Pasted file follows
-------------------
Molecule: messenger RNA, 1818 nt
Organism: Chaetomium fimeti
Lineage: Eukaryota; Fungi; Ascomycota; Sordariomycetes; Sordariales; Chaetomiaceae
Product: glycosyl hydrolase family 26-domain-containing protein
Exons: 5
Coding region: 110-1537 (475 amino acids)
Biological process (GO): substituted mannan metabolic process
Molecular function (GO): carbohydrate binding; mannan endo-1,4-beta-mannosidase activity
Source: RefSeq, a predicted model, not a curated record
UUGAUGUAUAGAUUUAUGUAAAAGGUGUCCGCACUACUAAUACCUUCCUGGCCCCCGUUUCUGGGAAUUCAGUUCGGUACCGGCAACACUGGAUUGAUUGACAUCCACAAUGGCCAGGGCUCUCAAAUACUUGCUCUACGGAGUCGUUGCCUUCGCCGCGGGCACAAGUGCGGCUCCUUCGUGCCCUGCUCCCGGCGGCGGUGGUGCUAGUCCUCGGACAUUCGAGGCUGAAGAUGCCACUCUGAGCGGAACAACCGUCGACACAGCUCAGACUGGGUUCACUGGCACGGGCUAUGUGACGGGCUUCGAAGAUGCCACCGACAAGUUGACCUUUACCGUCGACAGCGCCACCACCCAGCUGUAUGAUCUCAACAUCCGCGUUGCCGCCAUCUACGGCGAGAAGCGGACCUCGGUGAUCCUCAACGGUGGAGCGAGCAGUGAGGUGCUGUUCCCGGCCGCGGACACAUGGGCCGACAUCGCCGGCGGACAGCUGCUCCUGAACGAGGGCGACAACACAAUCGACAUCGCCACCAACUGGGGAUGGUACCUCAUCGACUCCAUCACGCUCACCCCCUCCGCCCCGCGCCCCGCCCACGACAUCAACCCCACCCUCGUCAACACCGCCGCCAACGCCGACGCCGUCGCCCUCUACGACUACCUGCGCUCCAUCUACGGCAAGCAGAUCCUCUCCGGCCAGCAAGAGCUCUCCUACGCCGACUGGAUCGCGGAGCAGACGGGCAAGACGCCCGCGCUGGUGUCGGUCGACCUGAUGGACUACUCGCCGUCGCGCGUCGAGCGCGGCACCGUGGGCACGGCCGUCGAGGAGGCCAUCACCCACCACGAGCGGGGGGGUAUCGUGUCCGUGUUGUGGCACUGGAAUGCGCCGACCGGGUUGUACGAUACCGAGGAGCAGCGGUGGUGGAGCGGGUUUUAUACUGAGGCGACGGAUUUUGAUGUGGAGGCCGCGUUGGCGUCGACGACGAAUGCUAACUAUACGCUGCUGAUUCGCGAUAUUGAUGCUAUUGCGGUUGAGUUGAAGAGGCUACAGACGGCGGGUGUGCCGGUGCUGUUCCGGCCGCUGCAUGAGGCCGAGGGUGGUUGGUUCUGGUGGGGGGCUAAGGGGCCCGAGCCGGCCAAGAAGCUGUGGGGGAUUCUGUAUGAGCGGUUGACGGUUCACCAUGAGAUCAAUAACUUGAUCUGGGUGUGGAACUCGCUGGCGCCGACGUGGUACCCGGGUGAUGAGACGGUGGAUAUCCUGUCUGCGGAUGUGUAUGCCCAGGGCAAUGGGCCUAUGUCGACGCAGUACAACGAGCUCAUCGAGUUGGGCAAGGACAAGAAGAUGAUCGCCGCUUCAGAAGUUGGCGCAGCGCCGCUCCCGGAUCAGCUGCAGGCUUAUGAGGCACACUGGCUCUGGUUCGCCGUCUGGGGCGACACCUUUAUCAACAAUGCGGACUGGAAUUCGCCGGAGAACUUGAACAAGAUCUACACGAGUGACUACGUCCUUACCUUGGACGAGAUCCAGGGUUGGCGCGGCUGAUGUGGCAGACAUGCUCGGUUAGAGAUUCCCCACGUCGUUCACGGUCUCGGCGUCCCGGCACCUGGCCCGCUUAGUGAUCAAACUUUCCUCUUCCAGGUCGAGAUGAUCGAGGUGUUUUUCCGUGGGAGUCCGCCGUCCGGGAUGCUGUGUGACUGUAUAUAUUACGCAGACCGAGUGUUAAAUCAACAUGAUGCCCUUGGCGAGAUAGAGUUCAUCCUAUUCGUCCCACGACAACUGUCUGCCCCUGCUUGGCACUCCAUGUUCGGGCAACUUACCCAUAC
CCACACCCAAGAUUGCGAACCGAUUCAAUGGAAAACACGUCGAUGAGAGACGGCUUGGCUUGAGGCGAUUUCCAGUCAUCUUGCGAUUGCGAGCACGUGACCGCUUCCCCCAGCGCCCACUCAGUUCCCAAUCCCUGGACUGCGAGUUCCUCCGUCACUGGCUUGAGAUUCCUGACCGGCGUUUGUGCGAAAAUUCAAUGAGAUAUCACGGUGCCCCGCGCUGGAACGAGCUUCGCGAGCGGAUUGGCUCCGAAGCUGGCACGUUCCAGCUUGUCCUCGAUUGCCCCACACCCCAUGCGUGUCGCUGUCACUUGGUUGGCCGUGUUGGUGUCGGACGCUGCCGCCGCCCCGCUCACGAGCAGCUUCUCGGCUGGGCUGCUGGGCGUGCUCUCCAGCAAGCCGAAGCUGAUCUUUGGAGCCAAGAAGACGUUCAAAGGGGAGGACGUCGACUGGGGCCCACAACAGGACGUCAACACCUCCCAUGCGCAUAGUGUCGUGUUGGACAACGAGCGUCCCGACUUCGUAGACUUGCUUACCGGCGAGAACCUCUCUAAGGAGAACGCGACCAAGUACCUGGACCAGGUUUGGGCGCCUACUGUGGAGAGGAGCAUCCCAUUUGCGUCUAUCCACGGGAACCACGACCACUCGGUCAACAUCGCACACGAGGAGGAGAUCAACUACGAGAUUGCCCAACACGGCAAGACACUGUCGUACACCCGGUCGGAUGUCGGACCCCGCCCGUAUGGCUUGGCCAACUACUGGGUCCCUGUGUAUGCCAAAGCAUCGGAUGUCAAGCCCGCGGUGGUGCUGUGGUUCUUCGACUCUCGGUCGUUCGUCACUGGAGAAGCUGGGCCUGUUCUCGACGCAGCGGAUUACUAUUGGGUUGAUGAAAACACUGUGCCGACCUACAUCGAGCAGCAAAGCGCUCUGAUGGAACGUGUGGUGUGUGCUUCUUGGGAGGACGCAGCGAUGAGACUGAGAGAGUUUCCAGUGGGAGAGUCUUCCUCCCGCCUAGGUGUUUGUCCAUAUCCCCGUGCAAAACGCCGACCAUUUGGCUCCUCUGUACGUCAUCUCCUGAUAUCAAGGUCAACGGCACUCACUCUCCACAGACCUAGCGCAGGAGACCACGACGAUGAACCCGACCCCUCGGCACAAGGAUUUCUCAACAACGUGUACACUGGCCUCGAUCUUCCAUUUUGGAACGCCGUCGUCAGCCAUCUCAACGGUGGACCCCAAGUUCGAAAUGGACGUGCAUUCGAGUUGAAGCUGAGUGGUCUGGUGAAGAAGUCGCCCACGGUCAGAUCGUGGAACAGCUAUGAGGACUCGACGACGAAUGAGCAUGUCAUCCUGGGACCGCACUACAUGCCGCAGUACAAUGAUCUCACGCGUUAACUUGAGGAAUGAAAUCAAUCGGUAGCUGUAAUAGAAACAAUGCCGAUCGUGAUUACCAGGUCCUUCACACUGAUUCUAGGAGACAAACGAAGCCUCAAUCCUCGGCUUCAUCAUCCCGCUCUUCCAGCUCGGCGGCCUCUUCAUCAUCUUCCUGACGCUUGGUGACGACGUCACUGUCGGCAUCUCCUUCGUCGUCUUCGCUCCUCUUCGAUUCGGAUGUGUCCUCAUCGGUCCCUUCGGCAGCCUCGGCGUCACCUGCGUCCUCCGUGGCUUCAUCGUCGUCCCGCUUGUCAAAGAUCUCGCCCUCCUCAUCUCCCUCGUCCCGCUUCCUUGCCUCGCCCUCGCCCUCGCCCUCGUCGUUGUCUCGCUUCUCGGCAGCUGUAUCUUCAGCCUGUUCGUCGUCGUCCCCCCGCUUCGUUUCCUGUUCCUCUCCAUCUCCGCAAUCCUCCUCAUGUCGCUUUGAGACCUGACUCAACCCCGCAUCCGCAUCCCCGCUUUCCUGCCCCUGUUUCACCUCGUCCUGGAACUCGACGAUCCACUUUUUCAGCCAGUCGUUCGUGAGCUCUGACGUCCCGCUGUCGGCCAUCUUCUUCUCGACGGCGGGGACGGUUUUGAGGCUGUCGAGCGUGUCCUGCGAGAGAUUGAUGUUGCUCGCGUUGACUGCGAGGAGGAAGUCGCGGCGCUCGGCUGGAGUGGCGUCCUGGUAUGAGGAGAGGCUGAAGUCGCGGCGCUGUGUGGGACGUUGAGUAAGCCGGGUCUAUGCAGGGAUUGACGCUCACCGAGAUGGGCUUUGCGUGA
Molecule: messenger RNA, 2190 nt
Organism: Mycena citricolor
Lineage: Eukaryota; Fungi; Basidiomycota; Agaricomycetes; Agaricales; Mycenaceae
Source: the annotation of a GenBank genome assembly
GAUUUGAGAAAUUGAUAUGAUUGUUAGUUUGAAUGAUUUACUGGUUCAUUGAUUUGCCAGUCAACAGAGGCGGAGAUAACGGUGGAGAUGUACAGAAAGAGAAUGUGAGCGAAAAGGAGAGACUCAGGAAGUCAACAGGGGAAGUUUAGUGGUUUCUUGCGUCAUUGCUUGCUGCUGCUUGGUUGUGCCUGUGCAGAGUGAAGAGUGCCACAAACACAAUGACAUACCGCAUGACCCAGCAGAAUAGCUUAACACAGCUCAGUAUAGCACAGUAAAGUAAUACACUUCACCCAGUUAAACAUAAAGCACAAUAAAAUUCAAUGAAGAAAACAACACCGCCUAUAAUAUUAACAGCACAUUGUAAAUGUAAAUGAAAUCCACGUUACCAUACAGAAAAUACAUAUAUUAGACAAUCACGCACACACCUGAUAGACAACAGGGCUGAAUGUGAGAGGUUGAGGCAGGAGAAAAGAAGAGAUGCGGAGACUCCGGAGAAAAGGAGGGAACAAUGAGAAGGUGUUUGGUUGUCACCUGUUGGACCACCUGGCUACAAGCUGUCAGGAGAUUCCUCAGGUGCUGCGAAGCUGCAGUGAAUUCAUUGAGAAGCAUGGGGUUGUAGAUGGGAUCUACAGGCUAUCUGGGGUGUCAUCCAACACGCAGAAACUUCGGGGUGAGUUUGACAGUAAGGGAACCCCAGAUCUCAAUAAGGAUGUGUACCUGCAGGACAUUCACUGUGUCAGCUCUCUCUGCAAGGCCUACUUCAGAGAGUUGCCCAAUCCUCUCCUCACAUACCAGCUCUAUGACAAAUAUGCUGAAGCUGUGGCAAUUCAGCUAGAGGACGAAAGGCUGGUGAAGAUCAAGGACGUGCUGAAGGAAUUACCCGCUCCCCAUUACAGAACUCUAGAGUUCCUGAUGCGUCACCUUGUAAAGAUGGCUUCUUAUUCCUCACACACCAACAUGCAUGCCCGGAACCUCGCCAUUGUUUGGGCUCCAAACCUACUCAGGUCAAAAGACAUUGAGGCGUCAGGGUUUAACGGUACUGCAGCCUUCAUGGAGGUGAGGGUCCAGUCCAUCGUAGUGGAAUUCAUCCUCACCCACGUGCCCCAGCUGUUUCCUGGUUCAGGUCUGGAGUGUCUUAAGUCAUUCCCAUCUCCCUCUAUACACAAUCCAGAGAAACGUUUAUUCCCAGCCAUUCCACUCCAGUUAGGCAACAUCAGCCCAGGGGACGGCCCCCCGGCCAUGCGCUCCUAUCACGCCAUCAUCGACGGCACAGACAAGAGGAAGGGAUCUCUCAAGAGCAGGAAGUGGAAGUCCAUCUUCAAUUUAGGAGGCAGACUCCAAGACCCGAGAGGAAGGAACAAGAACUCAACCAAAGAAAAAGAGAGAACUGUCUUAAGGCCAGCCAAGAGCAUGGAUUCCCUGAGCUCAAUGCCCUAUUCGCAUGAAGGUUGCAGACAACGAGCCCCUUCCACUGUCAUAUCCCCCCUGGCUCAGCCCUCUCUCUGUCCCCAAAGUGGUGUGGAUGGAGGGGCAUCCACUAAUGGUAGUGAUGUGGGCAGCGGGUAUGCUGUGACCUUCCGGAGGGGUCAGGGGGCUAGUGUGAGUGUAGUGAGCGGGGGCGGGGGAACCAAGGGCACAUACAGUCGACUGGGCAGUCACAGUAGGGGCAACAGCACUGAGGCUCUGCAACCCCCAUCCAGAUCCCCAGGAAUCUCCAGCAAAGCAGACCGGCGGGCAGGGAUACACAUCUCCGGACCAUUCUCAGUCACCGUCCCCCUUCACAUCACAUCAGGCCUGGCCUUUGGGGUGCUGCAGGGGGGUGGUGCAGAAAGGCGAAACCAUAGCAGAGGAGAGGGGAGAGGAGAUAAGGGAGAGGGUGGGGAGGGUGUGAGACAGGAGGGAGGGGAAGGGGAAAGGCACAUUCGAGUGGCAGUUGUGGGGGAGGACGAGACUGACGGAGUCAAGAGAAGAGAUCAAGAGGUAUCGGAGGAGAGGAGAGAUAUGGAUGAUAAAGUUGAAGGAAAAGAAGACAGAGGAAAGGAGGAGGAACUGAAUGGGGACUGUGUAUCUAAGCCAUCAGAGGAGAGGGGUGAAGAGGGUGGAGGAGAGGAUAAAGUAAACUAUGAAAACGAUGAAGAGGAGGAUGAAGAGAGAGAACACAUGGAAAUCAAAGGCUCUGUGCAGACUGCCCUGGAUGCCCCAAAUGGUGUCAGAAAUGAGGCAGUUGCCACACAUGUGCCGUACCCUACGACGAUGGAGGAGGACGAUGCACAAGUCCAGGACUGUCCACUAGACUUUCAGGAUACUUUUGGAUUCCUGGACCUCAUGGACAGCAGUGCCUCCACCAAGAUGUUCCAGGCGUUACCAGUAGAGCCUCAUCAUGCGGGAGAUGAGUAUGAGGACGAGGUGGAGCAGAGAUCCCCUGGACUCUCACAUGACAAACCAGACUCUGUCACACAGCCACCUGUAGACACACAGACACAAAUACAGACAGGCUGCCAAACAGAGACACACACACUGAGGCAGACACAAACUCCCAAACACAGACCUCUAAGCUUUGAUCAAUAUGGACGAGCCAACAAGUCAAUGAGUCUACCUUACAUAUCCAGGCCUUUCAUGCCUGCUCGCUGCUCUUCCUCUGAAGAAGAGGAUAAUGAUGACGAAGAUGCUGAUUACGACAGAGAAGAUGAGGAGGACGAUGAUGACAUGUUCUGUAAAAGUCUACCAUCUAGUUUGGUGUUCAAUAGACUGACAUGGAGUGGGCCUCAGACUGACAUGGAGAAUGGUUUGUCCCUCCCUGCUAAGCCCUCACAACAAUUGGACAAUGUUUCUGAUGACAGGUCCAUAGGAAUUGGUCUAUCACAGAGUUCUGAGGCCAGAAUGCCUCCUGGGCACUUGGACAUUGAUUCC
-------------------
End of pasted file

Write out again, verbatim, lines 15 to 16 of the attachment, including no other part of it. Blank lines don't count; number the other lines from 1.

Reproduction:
Source: the annotation of a GenBank genome assembly
GAUUUGAGAAAUUGAUAUGAUUGUUAGUUUGAAUGAUUUACUGGUUCAUUGAUUUGCCAGUCAACAGAGGCGGAGAUAACGGUGGAGAUGUACAGAAAGAGAAUGUGAGCGAAAAGGAGAGACUCAGGAAGUCAACAGGGGAAGUUUAGUGGUUUCUUGCGUCAUUGCUUGCUGCUGCUUGGUUGUGCCUGUGCAGAGUGAAGAGUGCCACAAACACAAUGACAUACCGCAUGACCCAGCAGAAUAGCUUAACACAGCUCAGUAUAGCACAGUAAAGUAAUACACUUCACCCAGUUAAACAUAAAGCACAAUAAAAUUCAAUGAAGAAAACAACACCGCCUAUAAUAUUAACAGCACAUUGUAAAUGUAAAUGAAAUCCACGUUACCAUACAGAAAAUACAUAUAUUAGACAAUCACGCACACACCUGAUAGACAACAGGGCUGAAUGUGAGAGGUUGAGGCAGGAGAAAAGAAGAGAUGCGGAGACUCCGGAGAAAAGGAGGGAACAAUGAGAAGGUGUUUGGUUGUCACCUGUUGGACCACCUGGCUACAAGCUGUCAGGAGAUUCCUCAGGUGCUGCGAAGCUGCAGUGAAUUCAUUGAGAAGCAUGGGGUUGUAGAUGGGAUCUACAGGCUAUCUGGGGUGUCAUCCAACACGCAGAAACUUCGGGGUGAGUUUGACAGUAAGGGAACCCCAGAUCUCAAUAAGGAUGUGUACCUGCAGGACAUUCACUGUGUCAGCUCUCUCUGCAAGGCCUACUUCAGAGAGUUGCCCAAUCCUCUCCUCACAUACCAGCUCUAUGACAAAUAUGCUGAAGCUGUGGCAAUUCAGCUAGAGGACGAAAGGCUGGUGAAGAUCAAGGACGUGCUGAAGGAAUUACCCGCUCCCCAUUACAGAACUCUAGAGUUCCUGAUGCGUCACCUUGUAAAGAUGGCUUCUUAUUCCUCACACACCAACAUGCAUGCCCGGAACCUCGCCAUUGUUUGGGCUCCAAACCUACUCAGGUCAAAAGACAUUGAGGCGUCAGGGUUUAACGGUACUGCAGCCUUCAUGGAGGUGAGGGUCCAGUCCAUCGUAGUGGAAUUCAUCCUCACCCACGUGCCCCAGCUGUUUCCUGGUUCAGGUCUGGAGUGUCUUAAGUCAUUCCCAUCUCCCUCUAUACACAAUCCAGAGAAACGUUUAUUCCCAGCCAUUCCACUCCAGUUAGGCAACAUCAGCCCAGGGGACGGCCCCCCGGCCAUGCGCUCCUAUCACGCCAUCAUCGACGGCACAGACAAGAGGAAGGGAUCUCUCAAGAGCAGGAAGUGGAAGUCCAUCUUCAAUUUAGGAGGCAGACUCCAAGACCCGAGAGGAAGGAACAAGAACUCAACCAAAGAAAAAGAGAGAACUGUCUUAAGGCCAGCCAAGAGCAUGGAUUCCCUGAGCUCAAUGCCCUAUUCGCAUGAAGGUUGCAGACAACGAGCCCCUUCCACUGUCAUAUCCCCCCUGGCUCAGCCCUCUCUCUGUCCCCAAAGUGGUGUGGAUGGAGGGGCAUCCACUAAUGGUAGUGAUGUGGGCAGCGGGUAUGCUGUGACCUUCCGGAGGGGUCAGGGGGCUAGUGUGAGUGUAGUGAGCGGGGGCGGGGGAACCAAGGGCACAUACAGUCGACUGGGCAGUCACAGUAGGGGCAACAGCACUGAGGCUCUGCAACCCCCAUCCAGAUCCCCAGGAAUCUCCAGCAAAGCAGACCGGCGGGCAGGGAUACACAUCUCCGGACCAUUCUCAGUCACCGUCCCCCUUCACAUCACAUCAGGCCUGGCCUUUGGGGUGCUGCAGGGGGGUGGUGCAGAAAGGCGAAACCAUAGCAGAGGAGAGGGGAGAGGAGAUAAGGGAGAGGGUGGGGAGGGUGUGAGACAGGAGGGAGGGGAAGGGGAAAGGCACAUUCGAGUGGCAGUUGUGGGGGAGGACGAGACUGACGGAGUCAAGAGAAGAGAUCAAGAGGUAUCGGAGGAGAGGAGAGAUAUGGAUGAUAAAGUUGAAGGAAAAGAAGACAGAGGAAAGGAGGAGGAACUGAAUGGGGACUGUGUAUCUAAGCCAUCAGAGGAGAGGGGUGAAGAGGGUGGAGGAGAGGAUAAAGUAAACUAUGAAAACGAUGAAGAGGAGGAUGAAGAGAGAGAACACAUGGAAAUCAAAGGCUCUGUGCAGACUGCCCUGGAUGCCCCAAAUGGUGUCAGAAAUGAGGCAGUUGCCACACAUGUGCCGUACCCUACGACGAUGGAGGAGGACGAUGCACAAGUCCAGGACUGUCCACUAGACUUUCAGGAUACUUUUGGAUUCCUGGACCUCAUGGACAGCAGUGCCUCCACCAAGAUGUUCCAGGCGUUACCAGUAGAGCCUCAUCAUGCGGGAGAUGAGUAUGAGGACGAGGUGGAGCAGAGAUCCCCUGGACUCUCACAUGACAAACCAGACUCUGUCACACAGCCACCUGUAGACACACAGACACAAAUACAGACAGGCUGCCAAACAGAGACACACACACUGAGGCAGACACAAACUCCCAAACACAGACCUCUAAGCUUUGAUCAAUAUGGACGAGCCAACAAGUCAAUGAGUCUACCUUACAUAUCCAGGCCUUUCAUGCCUGCUCGCUGCUCUUCCUCUGAAGAAGAGGAUAAUGAUGACGAAGAUGCUGAUUACGACAGAGAAGAUGAGGAGGACGAUGAUGACAUGUUCUGUAAAAGUCUACCAUCUAGUUUGGUGUUCAAUAGACUGACAUGGAGUGGGCCUCAGACUGACAUGGAGAAUGGUUUGUCCCUCCCUGCUAAGCCCUCACAACAAUUGGACAAUGUUUCUGAUGACAGGUCCAUAGGAAUUGGUCUAUCACAGAGUUCUGAGGCCAGAAUGCCUCCUGGGCACUUGGACAUUGAUUCC